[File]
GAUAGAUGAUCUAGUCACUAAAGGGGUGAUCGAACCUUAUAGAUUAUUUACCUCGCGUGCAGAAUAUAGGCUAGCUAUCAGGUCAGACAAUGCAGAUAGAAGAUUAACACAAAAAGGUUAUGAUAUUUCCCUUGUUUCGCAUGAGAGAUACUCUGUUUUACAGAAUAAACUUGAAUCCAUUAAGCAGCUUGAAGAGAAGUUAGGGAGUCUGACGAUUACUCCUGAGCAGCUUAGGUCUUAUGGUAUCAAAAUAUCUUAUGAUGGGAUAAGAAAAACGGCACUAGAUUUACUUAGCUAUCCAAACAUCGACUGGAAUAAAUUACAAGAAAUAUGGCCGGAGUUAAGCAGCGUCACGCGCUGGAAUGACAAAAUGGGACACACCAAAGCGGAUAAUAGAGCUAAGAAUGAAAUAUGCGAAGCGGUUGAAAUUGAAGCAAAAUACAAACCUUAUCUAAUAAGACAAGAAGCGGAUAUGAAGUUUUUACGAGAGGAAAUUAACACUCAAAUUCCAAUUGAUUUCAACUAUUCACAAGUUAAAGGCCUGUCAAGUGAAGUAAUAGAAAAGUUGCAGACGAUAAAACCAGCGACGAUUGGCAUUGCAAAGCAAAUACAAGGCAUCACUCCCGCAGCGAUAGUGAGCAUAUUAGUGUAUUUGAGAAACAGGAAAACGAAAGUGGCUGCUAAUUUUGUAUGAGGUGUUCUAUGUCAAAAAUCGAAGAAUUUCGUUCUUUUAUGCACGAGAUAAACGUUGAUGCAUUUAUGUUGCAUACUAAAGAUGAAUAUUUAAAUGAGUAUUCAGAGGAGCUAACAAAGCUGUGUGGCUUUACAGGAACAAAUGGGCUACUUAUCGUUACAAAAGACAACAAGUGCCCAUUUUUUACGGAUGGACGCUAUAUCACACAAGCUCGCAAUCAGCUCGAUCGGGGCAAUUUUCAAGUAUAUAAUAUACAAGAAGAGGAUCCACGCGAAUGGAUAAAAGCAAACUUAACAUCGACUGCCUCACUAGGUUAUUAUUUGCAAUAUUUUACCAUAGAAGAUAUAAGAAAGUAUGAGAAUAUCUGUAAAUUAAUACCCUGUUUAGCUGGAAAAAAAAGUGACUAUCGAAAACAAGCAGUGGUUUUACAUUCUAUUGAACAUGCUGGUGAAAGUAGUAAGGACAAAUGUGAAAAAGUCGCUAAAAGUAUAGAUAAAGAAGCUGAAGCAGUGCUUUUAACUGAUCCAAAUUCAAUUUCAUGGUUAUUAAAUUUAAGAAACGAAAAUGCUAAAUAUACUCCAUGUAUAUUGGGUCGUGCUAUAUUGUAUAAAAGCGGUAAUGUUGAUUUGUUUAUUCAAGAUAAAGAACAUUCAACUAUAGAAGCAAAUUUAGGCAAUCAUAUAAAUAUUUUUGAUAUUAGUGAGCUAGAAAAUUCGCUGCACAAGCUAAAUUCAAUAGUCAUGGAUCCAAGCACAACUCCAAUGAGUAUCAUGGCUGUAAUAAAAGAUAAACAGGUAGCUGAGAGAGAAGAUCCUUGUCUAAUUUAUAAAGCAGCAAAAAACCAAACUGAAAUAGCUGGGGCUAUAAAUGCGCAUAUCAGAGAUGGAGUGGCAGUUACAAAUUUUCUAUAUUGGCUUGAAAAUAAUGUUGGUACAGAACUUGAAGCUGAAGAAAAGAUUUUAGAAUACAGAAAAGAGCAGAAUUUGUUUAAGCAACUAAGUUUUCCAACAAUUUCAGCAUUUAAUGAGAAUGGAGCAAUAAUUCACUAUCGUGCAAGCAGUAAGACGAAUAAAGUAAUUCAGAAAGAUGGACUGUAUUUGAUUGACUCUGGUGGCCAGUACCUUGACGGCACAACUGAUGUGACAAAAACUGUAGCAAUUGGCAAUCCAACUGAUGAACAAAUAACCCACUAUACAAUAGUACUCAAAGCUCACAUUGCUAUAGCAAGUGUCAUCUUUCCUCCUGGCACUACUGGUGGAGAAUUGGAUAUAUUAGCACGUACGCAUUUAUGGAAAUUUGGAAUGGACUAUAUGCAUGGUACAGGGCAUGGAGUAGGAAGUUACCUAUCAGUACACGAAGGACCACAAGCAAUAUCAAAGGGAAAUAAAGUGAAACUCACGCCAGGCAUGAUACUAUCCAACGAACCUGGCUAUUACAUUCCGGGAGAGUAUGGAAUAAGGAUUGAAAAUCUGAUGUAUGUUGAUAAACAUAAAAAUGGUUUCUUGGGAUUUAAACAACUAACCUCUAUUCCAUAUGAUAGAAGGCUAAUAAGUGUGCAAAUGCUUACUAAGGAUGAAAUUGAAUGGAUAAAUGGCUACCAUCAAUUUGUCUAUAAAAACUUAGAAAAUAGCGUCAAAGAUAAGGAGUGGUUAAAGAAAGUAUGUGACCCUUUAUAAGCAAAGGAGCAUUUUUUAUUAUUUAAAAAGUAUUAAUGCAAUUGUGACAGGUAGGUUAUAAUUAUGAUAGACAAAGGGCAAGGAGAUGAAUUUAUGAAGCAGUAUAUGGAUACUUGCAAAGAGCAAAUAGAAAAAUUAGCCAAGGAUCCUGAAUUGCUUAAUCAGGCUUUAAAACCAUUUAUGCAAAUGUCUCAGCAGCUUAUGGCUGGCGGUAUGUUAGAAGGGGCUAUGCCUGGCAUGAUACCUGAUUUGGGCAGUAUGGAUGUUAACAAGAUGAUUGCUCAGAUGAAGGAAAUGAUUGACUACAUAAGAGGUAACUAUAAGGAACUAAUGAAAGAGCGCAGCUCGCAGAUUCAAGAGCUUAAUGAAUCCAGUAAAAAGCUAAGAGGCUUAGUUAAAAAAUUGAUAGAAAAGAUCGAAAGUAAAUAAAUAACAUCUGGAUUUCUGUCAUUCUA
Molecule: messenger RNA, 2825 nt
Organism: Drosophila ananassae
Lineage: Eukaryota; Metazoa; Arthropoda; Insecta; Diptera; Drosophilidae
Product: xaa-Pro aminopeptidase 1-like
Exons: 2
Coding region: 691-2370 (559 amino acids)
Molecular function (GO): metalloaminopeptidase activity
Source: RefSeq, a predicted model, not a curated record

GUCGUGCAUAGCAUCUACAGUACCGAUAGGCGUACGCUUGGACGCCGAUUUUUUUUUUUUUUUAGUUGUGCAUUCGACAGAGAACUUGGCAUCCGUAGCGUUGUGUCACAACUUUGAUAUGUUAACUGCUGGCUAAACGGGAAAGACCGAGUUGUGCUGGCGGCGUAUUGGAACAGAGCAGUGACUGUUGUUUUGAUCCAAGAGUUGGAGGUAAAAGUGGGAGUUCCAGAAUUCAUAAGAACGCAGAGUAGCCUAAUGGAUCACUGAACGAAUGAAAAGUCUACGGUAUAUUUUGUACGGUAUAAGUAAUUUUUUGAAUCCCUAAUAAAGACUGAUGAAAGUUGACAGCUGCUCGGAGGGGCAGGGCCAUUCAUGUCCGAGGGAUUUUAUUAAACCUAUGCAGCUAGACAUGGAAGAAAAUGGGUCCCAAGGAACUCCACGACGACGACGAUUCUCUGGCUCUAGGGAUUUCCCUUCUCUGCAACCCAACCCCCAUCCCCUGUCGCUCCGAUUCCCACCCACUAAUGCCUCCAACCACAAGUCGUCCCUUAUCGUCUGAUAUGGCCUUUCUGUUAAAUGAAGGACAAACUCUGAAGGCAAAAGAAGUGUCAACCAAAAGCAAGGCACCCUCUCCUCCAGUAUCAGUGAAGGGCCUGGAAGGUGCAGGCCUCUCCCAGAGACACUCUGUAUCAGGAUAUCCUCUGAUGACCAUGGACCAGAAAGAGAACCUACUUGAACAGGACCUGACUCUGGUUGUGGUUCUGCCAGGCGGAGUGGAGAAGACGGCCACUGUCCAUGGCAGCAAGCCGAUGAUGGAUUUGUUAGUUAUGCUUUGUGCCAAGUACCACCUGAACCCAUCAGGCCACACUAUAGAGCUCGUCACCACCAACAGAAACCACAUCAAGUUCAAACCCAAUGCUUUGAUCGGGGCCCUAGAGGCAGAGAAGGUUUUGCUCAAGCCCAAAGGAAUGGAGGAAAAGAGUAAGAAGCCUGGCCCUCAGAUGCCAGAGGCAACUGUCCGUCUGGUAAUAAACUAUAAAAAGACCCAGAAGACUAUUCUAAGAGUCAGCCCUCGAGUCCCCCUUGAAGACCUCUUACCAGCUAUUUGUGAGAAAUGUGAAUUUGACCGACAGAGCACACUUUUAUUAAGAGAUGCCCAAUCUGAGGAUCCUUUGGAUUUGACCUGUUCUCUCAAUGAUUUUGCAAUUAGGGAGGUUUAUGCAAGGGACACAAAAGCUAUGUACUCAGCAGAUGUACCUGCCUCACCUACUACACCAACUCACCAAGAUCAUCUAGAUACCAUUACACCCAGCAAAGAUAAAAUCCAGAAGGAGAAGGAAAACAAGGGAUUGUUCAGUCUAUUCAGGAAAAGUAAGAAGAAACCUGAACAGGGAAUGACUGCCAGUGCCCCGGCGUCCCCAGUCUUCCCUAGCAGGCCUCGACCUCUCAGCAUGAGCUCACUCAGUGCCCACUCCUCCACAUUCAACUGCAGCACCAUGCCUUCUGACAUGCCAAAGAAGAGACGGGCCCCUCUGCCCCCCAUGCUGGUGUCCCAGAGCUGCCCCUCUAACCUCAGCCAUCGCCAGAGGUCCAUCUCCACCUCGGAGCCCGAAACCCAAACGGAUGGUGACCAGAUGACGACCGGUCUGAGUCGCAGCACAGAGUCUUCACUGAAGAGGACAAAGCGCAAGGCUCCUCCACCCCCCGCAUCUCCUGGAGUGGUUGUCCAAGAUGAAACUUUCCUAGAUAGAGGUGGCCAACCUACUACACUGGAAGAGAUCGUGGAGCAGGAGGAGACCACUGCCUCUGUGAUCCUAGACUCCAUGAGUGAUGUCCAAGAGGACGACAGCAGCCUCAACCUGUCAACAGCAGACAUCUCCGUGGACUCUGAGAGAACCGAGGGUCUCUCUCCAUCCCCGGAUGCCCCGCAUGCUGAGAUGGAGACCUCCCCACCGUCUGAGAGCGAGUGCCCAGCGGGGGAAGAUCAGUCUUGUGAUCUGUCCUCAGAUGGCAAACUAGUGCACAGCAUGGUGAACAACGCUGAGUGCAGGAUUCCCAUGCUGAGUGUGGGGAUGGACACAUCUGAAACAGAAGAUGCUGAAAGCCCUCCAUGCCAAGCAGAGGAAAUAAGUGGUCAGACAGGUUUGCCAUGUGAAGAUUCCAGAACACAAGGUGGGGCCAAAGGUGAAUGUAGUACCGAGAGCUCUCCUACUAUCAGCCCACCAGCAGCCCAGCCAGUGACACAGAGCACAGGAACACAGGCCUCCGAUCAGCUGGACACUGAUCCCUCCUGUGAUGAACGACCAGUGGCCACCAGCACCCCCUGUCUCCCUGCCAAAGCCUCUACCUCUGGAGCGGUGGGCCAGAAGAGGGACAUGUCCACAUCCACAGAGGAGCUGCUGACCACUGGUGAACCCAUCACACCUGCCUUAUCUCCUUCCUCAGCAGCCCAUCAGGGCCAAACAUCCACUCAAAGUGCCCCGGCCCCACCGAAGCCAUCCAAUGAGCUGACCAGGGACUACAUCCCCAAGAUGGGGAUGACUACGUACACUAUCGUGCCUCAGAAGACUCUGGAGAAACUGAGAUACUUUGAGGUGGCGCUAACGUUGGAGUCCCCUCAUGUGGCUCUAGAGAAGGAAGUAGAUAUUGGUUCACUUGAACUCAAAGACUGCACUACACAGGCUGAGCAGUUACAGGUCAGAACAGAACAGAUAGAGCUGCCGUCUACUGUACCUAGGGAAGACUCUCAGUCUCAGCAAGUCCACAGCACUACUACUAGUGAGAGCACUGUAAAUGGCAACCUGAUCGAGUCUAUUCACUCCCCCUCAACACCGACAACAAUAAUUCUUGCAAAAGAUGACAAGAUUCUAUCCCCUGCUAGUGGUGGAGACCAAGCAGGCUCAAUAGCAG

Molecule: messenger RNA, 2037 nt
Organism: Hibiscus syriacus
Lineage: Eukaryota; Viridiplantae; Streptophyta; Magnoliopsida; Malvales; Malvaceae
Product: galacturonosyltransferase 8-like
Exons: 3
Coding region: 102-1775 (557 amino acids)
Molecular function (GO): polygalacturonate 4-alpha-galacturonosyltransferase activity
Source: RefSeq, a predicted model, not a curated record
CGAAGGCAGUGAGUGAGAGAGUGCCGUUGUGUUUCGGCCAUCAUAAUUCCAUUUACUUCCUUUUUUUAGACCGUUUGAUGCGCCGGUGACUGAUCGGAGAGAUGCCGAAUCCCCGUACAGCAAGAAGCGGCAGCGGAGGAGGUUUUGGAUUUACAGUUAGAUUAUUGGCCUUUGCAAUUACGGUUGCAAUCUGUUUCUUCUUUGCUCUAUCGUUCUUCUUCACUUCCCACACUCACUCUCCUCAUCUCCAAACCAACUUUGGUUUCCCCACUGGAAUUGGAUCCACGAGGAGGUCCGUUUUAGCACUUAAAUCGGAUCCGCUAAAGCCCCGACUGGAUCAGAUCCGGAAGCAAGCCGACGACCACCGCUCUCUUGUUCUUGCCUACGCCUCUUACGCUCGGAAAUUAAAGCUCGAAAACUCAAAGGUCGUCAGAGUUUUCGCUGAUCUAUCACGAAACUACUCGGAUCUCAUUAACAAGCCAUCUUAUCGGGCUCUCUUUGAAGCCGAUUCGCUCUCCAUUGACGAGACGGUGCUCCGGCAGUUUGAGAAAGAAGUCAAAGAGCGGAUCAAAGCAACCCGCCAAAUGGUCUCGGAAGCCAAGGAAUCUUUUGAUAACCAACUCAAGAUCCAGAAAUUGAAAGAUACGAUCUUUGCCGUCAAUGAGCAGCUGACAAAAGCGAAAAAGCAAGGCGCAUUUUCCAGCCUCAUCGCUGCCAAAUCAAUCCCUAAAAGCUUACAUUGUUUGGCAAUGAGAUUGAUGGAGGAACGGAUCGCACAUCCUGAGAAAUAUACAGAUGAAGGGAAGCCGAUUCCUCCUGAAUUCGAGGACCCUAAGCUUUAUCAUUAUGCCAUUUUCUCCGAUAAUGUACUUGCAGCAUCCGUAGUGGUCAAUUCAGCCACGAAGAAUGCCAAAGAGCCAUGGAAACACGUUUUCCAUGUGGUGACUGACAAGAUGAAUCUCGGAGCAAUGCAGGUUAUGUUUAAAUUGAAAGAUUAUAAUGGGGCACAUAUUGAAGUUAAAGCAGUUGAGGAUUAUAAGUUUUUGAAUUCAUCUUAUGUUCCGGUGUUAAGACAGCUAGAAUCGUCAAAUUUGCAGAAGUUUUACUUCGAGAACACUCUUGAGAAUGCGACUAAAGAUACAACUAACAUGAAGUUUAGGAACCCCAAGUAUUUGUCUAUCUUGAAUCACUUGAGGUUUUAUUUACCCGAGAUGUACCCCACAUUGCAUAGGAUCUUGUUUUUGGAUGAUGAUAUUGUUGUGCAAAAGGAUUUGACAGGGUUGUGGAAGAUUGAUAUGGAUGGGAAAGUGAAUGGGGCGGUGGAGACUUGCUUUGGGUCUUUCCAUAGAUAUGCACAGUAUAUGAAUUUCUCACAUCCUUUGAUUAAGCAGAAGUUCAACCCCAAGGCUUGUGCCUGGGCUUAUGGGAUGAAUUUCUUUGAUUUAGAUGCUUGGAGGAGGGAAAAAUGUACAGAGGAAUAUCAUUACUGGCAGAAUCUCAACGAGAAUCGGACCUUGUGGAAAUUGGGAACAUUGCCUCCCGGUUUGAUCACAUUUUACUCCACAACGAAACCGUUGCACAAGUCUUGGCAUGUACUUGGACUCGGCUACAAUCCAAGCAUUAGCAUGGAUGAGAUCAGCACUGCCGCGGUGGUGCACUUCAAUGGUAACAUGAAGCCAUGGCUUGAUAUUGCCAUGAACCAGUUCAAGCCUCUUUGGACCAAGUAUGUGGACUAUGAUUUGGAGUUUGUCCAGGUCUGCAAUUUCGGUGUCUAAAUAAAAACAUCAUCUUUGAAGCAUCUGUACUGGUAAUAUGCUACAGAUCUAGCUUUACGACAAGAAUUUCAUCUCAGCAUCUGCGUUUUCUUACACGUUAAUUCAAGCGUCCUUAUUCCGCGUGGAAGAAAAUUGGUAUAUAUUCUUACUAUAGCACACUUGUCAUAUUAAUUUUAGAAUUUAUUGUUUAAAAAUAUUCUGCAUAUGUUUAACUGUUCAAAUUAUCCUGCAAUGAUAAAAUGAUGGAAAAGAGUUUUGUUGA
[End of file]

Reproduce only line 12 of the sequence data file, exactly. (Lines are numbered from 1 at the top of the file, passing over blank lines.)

Organism: Hibiscus syriacus